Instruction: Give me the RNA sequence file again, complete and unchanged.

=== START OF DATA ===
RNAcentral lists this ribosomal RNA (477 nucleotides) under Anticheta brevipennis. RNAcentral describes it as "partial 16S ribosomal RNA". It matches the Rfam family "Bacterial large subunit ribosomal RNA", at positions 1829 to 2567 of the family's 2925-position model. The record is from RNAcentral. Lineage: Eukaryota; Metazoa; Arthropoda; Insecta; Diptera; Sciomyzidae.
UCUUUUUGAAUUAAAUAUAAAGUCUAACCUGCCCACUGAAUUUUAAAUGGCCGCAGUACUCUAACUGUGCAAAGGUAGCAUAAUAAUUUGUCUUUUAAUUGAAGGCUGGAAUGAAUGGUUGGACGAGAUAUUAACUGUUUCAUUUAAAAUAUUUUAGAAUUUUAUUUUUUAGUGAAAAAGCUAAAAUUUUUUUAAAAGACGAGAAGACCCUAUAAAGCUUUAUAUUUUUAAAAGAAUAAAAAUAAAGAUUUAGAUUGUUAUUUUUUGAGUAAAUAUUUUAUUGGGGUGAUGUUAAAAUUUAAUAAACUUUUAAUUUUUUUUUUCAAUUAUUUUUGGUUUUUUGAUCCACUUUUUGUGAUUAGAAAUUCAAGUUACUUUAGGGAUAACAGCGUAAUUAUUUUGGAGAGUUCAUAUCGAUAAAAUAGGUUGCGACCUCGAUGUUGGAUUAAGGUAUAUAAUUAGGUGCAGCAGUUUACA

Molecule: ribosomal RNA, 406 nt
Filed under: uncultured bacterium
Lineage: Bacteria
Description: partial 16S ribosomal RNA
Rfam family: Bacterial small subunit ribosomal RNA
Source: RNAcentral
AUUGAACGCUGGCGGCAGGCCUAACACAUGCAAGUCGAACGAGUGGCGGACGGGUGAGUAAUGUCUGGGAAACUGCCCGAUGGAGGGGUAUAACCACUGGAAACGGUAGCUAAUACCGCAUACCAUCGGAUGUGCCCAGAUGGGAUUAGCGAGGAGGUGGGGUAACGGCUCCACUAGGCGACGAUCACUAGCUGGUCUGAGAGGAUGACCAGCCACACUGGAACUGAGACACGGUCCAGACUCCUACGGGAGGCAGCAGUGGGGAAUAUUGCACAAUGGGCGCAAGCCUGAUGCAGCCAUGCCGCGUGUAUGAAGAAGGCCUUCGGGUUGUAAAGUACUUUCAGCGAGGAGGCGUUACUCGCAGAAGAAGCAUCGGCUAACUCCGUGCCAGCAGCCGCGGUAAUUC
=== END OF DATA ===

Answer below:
RNAcentral lists this ribosomal RNA (477 nucleotides) under Anticheta brevipennis. RNAcentral describes it as "partial 16S ribosomal RNA". It matches the Rfam family "Bacterial large subunit ribosomal RNA", at positions 1829 to 2567 of the family's 2925-position model. The record is from RNAcentral. Lineage: Eukaryota; Metazoa; Arthropoda; Insecta; Diptera; Sciomyzidae.
UCUUUUUGAAUUAAAUAUAAAGUCUAACCUGCCCACUGAAUUUUAAAUGGCCGCAGUACUCUAACUGUGCAAAGGUAGCAUAAUAAUUUGUCUUUUAAUUGAAGGCUGGAAUGAAUGGUUGGACGAGAUAUUAACUGUUUCAUUUAAAAUAUUUUAGAAUUUUAUUUUUUAGUGAAAAAGCUAAAAUUUUUUUAAAAGACGAGAAGACCCUAUAAAGCUUUAUAUUUUUAAAAGAAUAAAAAUAAAGAUUUAGAUUGUUAUUUUUUGAGUAAAUAUUUUAUUGGGGUGAUGUUAAAAUUUAAUAAACUUUUAAUUUUUUUUUUCAAUUAUUUUUGGUUUUUUGAUCCACUUUUUGUGAUUAGAAAUUCAAGUUACUUUAGGGAUAACAGCGUAAUUAUUUUGGAGAGUUCAUAUCGAUAAAAUAGGUUGCGACCUCGAUGUUGGAUUAAGGUAUAUAAUUAGGUGCAGCAGUUUACA

Molecule: ribosomal RNA, 406 nt
Filed under: uncultured bacterium
Lineage: Bacteria
Description: partial 16S ribosomal RNA
Rfam family: Bacterial small subunit ribosomal RNA
Source: RNAcentral
AUUGAACGCUGGCGGCAGGCCUAACACAUGCAAGUCGAACGAGUGGCGGACGGGUGAGUAAUGUCUGGGAAACUGCCCGAUGGAGGGGUAUAACCACUGGAAACGGUAGCUAAUACCGCAUACCAUCGGAUGUGCCCAGAUGGGAUUAGCGAGGAGGUGGGGUAACGGCUCCACUAGGCGACGAUCACUAGCUGGUCUGAGAGGAUGACCAGCCACACUGGAACUGAGACACGGUCCAGACUCCUACGGGAGGCAGCAGUGGGGAAUAUUGCACAAUGGGCGCAAGCCUGAUGCAGCCAUGCCGCGUGUAUGAAGAAGGCCUUCGGGUUGUAAAGUACUUUCAGCGAGGAGGCGUUACUCGCAGAAGAAGCAUCGGCUAACUCCGUGCCAGCAGCCGCGGUAAUUC